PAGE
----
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First Date After the Breakup

A terrible first date. A catastrophe.

Christina Torney. Two weeks ago, at 2AM at a horrid New Media party in the East Village, she handed me a business card with "you are very cute" scribbled on the back.

I called her yesterday. She remembered me, and we decided to meet tonight, Friday, in the East Village for a drink, at a bar called O:O:?:O. I don't know how to pronounce it. I think it's supposed to be "oh, oh, ooh, oh," but she told me it was "zero, colon, zero, colon, question, colon, zero." I was terrified to lose the address, in case I'd have to call information.

My apartment was a mess, so I cleaned before leaving for work this morning. I made up the bed with my vintage orange-striped sheets and arranged the pillows. I hid the science fiction behind the more literary volumes. I stacked my most current CD's--Squidpusher, The Gleaming Eggs, Three Time Headhuntweeds, and Bish--by the player, and stuffed my videotapes of MGM musicals, along with my porn tapes, in the bottom of the closet. The bathroom I scrubbed to gleaming, until it shone like a shark's tooth.

I wore my best New Media shirt and pants to work, with big black shoes and black plastic framed glasses. I slicked my hair a little, until I looked like an extra on a compact car commercial, Mazda, Hyundai, or Volkswagen.

Work was full of meetings and little else, so I left early and took myself to dinner, then arrived first to O:O:?:O. It was off 2nd Avenue. I sat at the bar and sipped a shot of Ketel One Vodka, which helped me feel less like my worries and more like my aspirations. A DJ spun records in a corner, and squishy lights were projected on the wall. The bartender was friendly and talked about sports, to which I nodded and said, "hell, yes."

Christine arrived twenty minutes late, wearing a short dress and carrying a small black bag. Her hair was up with barrettes. She smiled at me, shook my hand firmly, then looked me over with utter disappointment, her mouth twitching into a half-smile. We found a table, and she offered to buy a round. I waited, perplexed, while she spoke to the bartender for several minutes. The bartender seemed upset. When she came back, holding another vodka for me and a rum and coke for herself, I asked her what was wrong with him.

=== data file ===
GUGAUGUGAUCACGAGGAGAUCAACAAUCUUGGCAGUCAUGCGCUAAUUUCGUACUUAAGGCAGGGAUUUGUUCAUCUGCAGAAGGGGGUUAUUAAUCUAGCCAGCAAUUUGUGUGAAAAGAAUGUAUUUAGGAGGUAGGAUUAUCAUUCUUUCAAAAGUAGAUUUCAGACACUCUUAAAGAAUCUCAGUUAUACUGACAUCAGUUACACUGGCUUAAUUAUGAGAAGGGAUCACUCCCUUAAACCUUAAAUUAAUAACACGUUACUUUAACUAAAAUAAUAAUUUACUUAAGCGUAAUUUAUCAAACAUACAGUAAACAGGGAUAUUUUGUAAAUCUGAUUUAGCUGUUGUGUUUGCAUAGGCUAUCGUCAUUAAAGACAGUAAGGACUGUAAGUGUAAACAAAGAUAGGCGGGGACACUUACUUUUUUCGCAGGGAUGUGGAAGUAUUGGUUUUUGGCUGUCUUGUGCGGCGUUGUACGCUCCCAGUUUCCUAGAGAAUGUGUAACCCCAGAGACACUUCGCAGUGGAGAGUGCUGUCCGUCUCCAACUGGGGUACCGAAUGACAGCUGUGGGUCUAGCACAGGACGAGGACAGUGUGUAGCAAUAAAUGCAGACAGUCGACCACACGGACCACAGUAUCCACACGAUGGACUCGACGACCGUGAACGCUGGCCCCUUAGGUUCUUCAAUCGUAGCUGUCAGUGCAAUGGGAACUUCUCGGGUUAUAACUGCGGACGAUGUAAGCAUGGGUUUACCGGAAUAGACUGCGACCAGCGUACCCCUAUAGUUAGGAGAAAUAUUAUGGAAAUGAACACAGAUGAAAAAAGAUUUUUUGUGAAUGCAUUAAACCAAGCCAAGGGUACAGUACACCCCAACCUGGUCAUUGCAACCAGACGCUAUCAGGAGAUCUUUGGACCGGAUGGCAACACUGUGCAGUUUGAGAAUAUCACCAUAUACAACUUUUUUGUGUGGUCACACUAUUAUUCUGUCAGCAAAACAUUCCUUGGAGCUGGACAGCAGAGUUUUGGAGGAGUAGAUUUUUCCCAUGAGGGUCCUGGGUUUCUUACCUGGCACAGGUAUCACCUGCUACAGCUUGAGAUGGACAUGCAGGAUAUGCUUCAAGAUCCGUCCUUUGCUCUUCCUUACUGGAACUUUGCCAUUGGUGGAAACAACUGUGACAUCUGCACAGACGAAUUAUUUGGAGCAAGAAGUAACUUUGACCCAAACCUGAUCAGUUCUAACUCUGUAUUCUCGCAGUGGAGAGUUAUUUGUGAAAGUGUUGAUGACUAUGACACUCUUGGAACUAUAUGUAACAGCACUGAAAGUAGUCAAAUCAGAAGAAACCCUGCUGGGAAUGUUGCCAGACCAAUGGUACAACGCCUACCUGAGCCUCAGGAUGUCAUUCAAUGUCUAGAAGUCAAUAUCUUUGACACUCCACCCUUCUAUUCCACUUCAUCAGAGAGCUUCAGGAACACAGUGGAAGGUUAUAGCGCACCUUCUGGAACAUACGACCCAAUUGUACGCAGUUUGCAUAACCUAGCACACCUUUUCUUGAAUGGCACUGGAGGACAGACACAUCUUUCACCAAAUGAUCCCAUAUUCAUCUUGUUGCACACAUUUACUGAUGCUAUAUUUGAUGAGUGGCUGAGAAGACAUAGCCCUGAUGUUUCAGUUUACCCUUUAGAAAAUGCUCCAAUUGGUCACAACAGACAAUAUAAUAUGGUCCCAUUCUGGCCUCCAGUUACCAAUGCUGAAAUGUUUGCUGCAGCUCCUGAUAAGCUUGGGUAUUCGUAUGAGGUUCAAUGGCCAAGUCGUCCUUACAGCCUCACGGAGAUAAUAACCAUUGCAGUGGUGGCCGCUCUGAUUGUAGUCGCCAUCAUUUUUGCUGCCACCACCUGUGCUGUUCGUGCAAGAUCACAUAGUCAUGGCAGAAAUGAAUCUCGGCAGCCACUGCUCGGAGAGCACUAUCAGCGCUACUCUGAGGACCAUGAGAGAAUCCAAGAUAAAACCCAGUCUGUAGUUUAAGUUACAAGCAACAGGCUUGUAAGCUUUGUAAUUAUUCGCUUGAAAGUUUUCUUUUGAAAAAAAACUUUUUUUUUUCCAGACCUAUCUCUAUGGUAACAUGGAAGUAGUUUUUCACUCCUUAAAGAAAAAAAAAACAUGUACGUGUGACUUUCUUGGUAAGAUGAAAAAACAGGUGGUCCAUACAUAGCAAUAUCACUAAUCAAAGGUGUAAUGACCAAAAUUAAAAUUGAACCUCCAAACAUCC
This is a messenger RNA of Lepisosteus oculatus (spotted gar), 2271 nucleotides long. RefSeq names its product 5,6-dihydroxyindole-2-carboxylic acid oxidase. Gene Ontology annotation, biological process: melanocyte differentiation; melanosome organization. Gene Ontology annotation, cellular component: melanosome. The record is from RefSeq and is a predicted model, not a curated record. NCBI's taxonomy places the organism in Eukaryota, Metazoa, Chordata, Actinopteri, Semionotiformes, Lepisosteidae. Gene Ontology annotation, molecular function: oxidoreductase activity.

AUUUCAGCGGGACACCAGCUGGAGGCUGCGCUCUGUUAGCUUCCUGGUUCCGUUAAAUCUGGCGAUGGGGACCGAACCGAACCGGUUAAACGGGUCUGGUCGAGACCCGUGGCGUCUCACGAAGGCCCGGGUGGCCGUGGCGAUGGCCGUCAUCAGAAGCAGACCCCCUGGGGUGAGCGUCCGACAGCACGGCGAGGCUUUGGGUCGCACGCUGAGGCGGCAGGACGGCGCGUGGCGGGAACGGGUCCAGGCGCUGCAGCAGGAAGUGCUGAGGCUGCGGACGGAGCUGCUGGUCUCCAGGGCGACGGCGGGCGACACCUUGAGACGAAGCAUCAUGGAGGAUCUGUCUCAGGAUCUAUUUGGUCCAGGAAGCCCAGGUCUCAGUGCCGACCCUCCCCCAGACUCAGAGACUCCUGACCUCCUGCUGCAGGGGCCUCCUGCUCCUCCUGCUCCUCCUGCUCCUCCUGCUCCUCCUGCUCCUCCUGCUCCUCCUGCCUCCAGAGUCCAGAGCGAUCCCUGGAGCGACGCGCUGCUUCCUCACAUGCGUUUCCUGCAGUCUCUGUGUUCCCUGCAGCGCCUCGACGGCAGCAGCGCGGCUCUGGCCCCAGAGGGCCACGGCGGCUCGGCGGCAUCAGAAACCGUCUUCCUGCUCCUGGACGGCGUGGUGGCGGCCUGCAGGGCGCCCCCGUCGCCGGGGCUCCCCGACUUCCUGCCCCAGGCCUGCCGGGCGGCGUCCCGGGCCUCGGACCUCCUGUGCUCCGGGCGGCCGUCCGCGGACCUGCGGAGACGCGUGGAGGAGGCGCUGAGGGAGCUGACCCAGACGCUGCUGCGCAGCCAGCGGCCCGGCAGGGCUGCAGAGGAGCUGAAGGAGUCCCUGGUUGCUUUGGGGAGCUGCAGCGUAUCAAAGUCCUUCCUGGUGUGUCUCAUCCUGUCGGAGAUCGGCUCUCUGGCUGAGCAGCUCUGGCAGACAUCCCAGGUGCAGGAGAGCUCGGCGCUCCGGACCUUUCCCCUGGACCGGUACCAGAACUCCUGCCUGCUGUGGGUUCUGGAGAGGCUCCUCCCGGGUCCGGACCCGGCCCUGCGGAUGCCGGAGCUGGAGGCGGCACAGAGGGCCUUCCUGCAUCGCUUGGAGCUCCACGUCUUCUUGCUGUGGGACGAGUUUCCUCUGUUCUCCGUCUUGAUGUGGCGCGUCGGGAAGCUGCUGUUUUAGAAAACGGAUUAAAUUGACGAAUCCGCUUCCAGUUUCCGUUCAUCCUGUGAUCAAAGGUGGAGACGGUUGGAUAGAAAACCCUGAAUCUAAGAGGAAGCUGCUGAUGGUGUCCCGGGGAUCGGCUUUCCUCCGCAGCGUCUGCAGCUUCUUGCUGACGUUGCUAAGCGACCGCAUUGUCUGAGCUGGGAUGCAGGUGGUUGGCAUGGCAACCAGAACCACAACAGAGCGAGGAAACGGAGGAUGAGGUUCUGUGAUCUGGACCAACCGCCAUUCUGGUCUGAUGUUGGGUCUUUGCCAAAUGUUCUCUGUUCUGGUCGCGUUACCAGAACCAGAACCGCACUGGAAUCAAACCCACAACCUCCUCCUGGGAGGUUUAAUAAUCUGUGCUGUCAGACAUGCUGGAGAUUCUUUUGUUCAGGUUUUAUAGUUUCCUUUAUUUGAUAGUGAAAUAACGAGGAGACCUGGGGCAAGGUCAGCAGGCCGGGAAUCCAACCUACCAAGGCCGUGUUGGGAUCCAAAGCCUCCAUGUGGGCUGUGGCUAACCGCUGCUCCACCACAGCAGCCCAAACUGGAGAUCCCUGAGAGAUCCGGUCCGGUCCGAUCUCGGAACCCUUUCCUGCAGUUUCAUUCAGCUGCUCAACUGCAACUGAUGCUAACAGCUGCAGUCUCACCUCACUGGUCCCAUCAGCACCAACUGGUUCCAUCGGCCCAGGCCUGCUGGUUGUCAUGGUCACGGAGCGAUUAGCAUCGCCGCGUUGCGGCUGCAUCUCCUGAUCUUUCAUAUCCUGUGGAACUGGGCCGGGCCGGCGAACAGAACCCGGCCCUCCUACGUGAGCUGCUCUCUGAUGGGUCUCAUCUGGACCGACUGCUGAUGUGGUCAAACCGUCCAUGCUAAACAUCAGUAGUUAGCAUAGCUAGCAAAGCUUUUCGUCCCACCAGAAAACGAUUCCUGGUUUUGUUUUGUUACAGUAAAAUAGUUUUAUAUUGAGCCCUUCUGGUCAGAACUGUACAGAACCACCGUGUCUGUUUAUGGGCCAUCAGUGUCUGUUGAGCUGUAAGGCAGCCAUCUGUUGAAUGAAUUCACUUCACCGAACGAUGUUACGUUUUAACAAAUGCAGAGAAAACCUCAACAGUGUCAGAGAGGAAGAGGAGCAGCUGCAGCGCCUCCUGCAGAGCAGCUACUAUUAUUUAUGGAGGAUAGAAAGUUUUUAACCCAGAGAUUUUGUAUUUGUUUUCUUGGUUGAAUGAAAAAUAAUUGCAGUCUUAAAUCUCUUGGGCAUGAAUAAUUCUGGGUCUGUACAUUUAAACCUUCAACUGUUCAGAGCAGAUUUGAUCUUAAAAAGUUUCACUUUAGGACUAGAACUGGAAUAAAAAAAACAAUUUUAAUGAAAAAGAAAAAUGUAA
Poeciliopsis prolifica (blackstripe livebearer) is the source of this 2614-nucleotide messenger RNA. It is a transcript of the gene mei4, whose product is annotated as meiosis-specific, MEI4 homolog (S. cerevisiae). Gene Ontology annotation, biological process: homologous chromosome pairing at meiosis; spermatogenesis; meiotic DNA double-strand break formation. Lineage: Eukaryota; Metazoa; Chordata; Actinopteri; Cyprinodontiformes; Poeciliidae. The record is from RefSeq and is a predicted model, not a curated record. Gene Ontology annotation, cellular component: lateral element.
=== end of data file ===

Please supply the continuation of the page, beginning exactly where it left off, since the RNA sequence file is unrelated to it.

"We just broke up three days ago," she said.

Before I could respond she was talking about work. I asked her about her company, one of the big rollups. She hates working there, she said. On her business card, she is a VP of Digital Marketing. She told me all about it, describing bitter conversations, stock option battles, Machiavellian chess moves of incredible complexity played out via CC:'ed email. Because the DJ spun drum and bass too loudly, and we sat under a speaker, and because she was not tall, so I had to lean over and bend down to hear her, I heard only every third word, and then poorly:

"Kent...president...media budget...bastard...fucking me...bathroom...window space...bitch," she would say. "IPO with the...hundred thousand dollar kittens...London office...green." I kept nodding, mumbling out items like, "it's that way everywhere," and "you just need to work through the bullshit," commiserating helplessly. She had nice breasts and a good mouth. She was older, maybe 28.

Her shoulders seemed fine. She had three small moles on her face, one on her chin, one between her nose and lip, one on her right cheek. Her tongue was perfectly pink, her ears were small, and her lips, moving swiftly, were covered in dark red lipstick. Looking down at her, she had a nice curve to her frame, a slight arc from chest to hips, and a little breadth to her bottom. From what I saw, her legs were long compared to the rest of her--she was 5'3"--and they looked fine in black stockings. However, her voice was rough and nasal, which is a constant disappointment in my life, and she laughed like a fox being struck with a dog's squeaky toy. I have a nice, flexible voice, my only other good feature beside my shoulders and eyes, and I've always wanted to know a woman who could match it, but it never works that way. Good voices are rare. The music went quiet, and she asked, meeting my eyes with her own brown irises, "Do you do coke?"

"No," I said, blinking. It was the first thing she said I understood, but I didn't have a reply.

She frowned and excused herself, vanishing into the bathroom. She came out a minute later, and began speaking even more quickly.

They were switching DJ's, and the place was now only voices. Her voice was definitely nasal, even when she wasn't shouting, although I don't know if coke stuffs you up. "I was really drunk at that party," she said. "I thought you were cuter." She plowed on. "I don't believe in not being honest. You seem really nice, but you know there's no sex after this, correct? You're not interesting to me that way."

"That's okay," I told her, dazed. She was silent for a moment, and I thought of a few things to say, then said, "Let me get another round."

I went back to the bar, and her ex-beau the barkeep eyed me viciously, ignoring me for two or three minutes before taking my order. I wanted to leave him a large, apologetic tip, but I figured it would be an insult. Then I realized I couldn't leave him less than a regular amount, or it would also be an insult, but I had no idea what you were actually supposed to tip a bartender. 20%? 15%? 25%? I always made it up depending on how much change I got back. The drinks were $6 each and I put $20 on the table. He didn't come back with change, and began to serve other people. I waited a little longer, and he purposefully didn't look back to me. Apparently 70% is the right amount.